The Big Sick

The Big Sick is your standard romcom: Boy meets Girls, Boy Loses Girl By Being Stupid, Boy Eventually Wins Girl Back. [Sorry, SPOILER] There is nothing in this broadest outline of the story that makes it unique, but of course what makes romcoms work are the details. It’s Sally and Harry trying to set each other up and having their prospective dates fall for each other. It’s William’s friends making him see he was an idiot for breaking things off with Anna. It’s Aaron burying the lead and telling Jane that he loves her. In The Big Sick its Kumail’s attempts to keep both himself and his family happy, and the impossibility of trying to anything meaningful halfway.

The Big Sick was written by husband and wife Emily V Gordon and Kumail Nanjiani, and stars Nanjiani as a version of himself as he falls in love with a version of Emily, played by Zoe Kazan. Kumail came to the US at 14 from Pakistan with his parents and “all” his parent ask of him is to be a good son and marry a Muslim woman from Pakistan. However, Kumail is unsure about his faith and is even more unsure about the steady parade of Pakistani women his mother arranges to “drop by” while he is visiting his parents for dinner.

Okay, so what about the criticism of the movie because (yet again) the object of the dweeby male’s desire is a white woman (although thankfully not a Manic Pixie Dreamgirl). I have to admit that I had never really thought about this stereotype before, instead taking it as an article of faith that the intelligent and funny man could get a woman who is physically out of his league. (Maybe I needed to believe this.) Woody Allen is the best example that I can think of, but Harry Burns falls into that class, as does Michael Dorsey. It was only in the last decade or so that I started to reckon with the idea that dogged pursuit of a woman who is not interested in you is not heroic or romantic. Growing up as a white male in this country blinds you to a lot.

In this case, Kumail is not, of course, a white male, yet as with Dev on Master of None, the most desired is a white woman. Is it fair to criticize The Big Sick in this regard? First of all, how the fuck should I know? As I indicated above, I’m the last person to have a relevant viewpoint on this. If people of color, especially women of color, tell me this is valid then I take them at their word. That being said, the Pakistani women who Kumail’s mother tries to set him up with are not set up as jokes, aside from maybe one woman who tries to be too enthusiastic about The X-Files. (I chalk her behavior up to the pressure these women are under.) There is nothing obviously wrong with the women except that from Kumail’s perspective they are not Emily, and they are not his choices.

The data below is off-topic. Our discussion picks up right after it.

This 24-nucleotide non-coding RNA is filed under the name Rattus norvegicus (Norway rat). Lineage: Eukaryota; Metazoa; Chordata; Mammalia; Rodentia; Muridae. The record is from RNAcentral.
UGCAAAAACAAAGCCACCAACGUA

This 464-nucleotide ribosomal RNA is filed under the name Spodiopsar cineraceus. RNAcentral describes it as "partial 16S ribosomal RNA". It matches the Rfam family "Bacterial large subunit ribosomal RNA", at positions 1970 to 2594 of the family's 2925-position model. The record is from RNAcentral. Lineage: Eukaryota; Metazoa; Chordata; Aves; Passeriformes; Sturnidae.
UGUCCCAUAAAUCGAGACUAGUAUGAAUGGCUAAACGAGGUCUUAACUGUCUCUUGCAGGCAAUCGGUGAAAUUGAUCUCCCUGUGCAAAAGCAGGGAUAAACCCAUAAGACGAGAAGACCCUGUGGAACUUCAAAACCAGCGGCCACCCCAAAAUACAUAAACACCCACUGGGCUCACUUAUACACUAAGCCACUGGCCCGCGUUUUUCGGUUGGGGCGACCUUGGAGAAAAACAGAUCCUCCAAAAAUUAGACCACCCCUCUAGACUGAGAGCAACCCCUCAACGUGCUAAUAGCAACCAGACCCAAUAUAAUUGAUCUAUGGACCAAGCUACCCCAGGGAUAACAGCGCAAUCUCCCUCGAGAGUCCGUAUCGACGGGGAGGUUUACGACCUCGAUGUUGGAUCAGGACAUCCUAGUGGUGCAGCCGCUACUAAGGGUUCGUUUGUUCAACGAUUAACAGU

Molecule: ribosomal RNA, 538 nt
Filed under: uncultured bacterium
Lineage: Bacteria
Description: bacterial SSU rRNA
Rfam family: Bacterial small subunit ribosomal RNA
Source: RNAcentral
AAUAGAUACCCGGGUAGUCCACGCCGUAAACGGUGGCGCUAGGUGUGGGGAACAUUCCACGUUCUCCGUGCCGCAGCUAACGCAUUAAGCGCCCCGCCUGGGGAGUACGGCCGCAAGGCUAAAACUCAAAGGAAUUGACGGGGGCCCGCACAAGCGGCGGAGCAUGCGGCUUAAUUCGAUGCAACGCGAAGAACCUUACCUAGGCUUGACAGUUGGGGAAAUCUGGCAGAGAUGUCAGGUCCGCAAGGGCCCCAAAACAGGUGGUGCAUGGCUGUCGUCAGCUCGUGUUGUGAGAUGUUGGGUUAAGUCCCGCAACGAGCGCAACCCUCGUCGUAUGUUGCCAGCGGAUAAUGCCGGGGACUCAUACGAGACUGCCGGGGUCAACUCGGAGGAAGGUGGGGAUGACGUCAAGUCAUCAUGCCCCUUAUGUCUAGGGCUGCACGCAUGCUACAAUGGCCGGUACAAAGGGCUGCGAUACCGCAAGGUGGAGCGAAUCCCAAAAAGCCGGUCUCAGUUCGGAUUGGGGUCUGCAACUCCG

(Here is a piece by Aditi Natasha Kini on the issue that I thought was very good.)

Late in the movie Kumail challenges his parents by asking why they would bring him to the US and then want to pretend they were still in Pakistan. His parents believe in arranged marriage or, as they call it, “marriage.” Kumail has been in the US long enough to believe in a love marriage or, as we call it, “marriage.” It’s difficult to try to live in two worlds, and Kumail’s relationship with Emily is undone because of this. Love means showing another person who you really are and asking them to love you anyway. Kumail can’t do that.

Maybe this all sounds very serious for a romcom, but there is also a near fatal infection, a long-time married couple trying to figure out how to go on, and a career crisis. But The Big Sick is also hilarious. There is one joke that I won’t spoil but it made me laugh harder than any movie joke in a long time. There is also a great scene featuring Holly Hunter, who plays Emily’s mother, that reminds me of why I’ve been a big fan of hers since at least Jane Craig. Emily’s father is played by Ray Romano who was great on the under-watched series Men of a Certain Age and again shows his dramatic (and comedic) skills here.

Kumail’s parents are played by Zenobia Shroff and Anupam Kher. Shroff is especially formidable as Kumail’s mother, and her anger when Kumail tells her that he is in love with a white woman is scary and heartbreaking. Kher, I had to be reminded, played Mr. Bhamra in Bend It Like Beckham and it’s interesting that this role has some of the same themes.

If the timing of things is a little too pat, and if maybe the parts about Emily’s parents and their relationship go on too long, it is still forgivable due to the chemistry between Emily and Kumail, and due to Kumail’s general decency, even though it leads him to hurt everyone he cares about. The outcome is never really in doubt and maybe that also is too pat, but it is sold on the looks on Emily’s and Kumail’s faces, a look that says that they see each other and they love each other anyway.

Tell me what you think. Thanks.